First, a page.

The role of energy storage in the decarbonization of industry

The role of energy storage in the decarbonization of industry
By Laurent Petithuguenin and Tom Lock
Senior Managing Consultant and Senior Expert, Energy-Related Products Policy
Mar 1, 2023

European industry increasingly recognizes the need to decarbonize to achieve the European Union’s net-zero goal by 2050. However, the strategies to decarbonize European industry are uniquely complex.

There are many paths forward, from switching to more efficient equipment to developing your own renewable energy on site. But even these new energy sources—from wind to solar—bring their own challenges, as renewable sources are often intermittent in nature, increasing the need to balance energy grids.

In this context, energy storage is just one option for companies to consider in their net-zero plan. These solutions come in many shapes and sizes. Businesses in the industry sector should consider which options as best for their specific needs.

Getting the right solution is crucial, not least because it can be an expensive investment in the short term. Businesses must therefore identify the key commercial goals they are trying to meet and the challenge that they believe an energy storage solution will address. Firstly, however, it is important to understand the energy solutions that are available.

What is energy storage, and what are the options?

Energy storage describes the process of capturing energy produced at one time so that it can be used later. This is often to balance the amount of energy being produced and the actual energy demand. Here, we will focus specifically on two methods: Battery storage and thermal storage.

Battery storage

One energy storage option is to store electricity—typically in batteries. For smaller settings such as an office, the battery can be relatively small, around the size of a domestic refrigerator. A battery of this size could be used to store electricity during the day to then release in the evening when electricity prices might be higher. Lead acid batteries are a cheap option here, but they are being increasingly replaced by Li-ion batteries.

In industrial settings, the battery would be larger. Redox flow batteries such as vanadium or zinc bromide are an effective option in these scenarios.

Most batteries are efficient in terms of the energy that goes into them and the energy that can be taken out of them again. They are also capable of responding at high speeds to demand signals. However, they are not particularly effective at keeping energy stored for a long time. They typically offer around 24-48 hours of storage, or up to a week at the most.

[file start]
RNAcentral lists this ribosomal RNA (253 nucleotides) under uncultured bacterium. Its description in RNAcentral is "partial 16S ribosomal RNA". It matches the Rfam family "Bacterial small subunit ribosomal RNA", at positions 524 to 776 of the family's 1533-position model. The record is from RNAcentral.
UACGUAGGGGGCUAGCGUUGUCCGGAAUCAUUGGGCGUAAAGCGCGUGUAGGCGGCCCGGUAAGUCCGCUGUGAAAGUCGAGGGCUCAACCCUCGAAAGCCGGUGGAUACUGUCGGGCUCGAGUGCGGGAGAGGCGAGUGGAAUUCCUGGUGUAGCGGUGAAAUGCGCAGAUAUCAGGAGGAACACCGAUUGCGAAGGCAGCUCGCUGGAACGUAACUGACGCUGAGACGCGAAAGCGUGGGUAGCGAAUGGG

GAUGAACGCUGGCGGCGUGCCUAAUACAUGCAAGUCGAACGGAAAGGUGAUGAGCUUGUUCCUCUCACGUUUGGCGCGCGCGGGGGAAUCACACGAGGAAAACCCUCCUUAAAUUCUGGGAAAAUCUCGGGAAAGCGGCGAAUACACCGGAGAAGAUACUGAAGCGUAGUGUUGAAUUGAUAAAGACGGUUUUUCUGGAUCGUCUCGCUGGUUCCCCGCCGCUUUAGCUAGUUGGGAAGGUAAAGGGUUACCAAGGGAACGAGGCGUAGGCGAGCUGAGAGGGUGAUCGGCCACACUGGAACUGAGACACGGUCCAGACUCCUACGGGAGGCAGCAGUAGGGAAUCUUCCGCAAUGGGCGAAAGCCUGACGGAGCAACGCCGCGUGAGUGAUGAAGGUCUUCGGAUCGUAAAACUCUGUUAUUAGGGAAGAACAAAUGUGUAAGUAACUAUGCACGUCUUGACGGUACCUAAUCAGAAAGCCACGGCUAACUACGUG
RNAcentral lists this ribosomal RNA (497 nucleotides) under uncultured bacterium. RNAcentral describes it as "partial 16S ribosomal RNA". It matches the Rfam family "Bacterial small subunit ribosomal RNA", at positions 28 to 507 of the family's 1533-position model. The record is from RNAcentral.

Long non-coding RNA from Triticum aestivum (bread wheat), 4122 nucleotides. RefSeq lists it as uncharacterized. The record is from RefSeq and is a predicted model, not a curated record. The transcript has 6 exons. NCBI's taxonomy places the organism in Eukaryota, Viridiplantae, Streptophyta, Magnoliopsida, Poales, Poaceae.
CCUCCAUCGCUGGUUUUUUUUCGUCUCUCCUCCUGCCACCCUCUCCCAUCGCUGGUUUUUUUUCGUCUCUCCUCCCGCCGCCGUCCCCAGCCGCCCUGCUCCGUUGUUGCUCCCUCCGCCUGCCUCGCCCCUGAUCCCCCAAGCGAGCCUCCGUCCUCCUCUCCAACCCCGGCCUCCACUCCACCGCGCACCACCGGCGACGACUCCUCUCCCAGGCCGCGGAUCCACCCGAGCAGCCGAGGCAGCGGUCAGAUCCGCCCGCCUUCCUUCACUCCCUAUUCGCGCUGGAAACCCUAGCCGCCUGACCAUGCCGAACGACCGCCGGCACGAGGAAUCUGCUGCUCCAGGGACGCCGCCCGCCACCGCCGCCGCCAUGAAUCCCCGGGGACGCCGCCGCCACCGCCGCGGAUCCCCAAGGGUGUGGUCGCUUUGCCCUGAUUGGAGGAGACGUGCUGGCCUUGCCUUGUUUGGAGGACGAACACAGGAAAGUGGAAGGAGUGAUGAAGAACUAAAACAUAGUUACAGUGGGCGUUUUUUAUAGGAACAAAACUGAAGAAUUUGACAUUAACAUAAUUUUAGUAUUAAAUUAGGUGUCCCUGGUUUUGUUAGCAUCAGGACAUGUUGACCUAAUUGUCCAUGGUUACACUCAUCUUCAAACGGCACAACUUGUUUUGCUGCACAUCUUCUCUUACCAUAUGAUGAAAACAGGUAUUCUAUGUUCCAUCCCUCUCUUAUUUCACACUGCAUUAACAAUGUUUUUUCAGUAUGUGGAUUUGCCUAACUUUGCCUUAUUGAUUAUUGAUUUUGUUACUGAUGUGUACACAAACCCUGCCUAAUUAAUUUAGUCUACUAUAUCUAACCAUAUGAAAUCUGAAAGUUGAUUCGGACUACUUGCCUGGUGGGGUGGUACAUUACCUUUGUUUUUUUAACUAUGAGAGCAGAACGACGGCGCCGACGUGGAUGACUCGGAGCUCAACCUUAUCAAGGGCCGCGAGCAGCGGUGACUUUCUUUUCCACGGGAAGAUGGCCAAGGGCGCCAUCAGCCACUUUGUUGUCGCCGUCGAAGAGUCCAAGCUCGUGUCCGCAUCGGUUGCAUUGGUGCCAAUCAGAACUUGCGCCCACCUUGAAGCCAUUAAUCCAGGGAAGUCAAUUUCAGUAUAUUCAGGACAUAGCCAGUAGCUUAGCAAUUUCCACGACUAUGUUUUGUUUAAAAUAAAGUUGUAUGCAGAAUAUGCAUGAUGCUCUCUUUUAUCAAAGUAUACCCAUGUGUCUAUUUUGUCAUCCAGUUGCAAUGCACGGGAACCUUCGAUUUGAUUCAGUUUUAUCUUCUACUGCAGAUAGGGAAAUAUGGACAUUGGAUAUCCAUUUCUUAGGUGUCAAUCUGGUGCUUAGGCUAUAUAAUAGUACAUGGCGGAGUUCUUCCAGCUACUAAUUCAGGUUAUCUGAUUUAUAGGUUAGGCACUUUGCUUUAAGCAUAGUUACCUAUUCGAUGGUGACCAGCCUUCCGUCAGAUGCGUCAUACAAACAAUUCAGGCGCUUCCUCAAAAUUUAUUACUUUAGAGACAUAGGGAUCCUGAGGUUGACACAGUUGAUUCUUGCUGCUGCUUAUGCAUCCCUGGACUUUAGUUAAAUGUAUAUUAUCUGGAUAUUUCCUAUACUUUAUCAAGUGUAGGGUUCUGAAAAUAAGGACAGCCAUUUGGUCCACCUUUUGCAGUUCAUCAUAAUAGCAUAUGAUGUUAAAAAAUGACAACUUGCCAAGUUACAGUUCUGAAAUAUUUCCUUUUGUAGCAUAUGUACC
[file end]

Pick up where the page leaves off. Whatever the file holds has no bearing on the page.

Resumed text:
Thermal storage

Thermal storage also offers a broad range of options. Most thermal storage systems use large blocks of material with a high heat capacity, which are insulated from the outside. They can then be heated (or cooled through refrigeration) and with the energy trapped within them.

On a small scale, thermal storage could be used for storing heat for a building service, where it is stored during the day to then release at night. In an industrial setting it could be used for storing heat from one process to then use in a later one. For example, a factory producing food products is also producing lots of steam in the process. The business could then store some of that heat to use for the next day's production.

Thermal storage can also store heat created in a larger industrial process to be used to produce electricity in the future. Because thermal storage systems tend to be larger and more complex, they are more often used in industrial settings. The most common applications for this are in load levelling systems, where the grid needs to have electricity removed. In these cases, energy is stored during periods of light loading on the system, to be delivered later when demand is high.

How should you decide whether energy storage is suitable for your business?

There are many different energy storage options, and factors to consider—from the size of the unit itself, the amount of time they can store the energy for, to how fast the response time is. On a practical level, ICF has experience in helping procurers of energy storage equipment by advising them on and directing them to approved equipment. For example, for the Energy Technology List (a BEIS program on energy efficiency), we conducted an analysis based on engagement with the manufacturers of energy storage systems. We set out the minimum performance criteria for battery and thermal storage systems around energy density, lifespan, and roundtrip efficiency.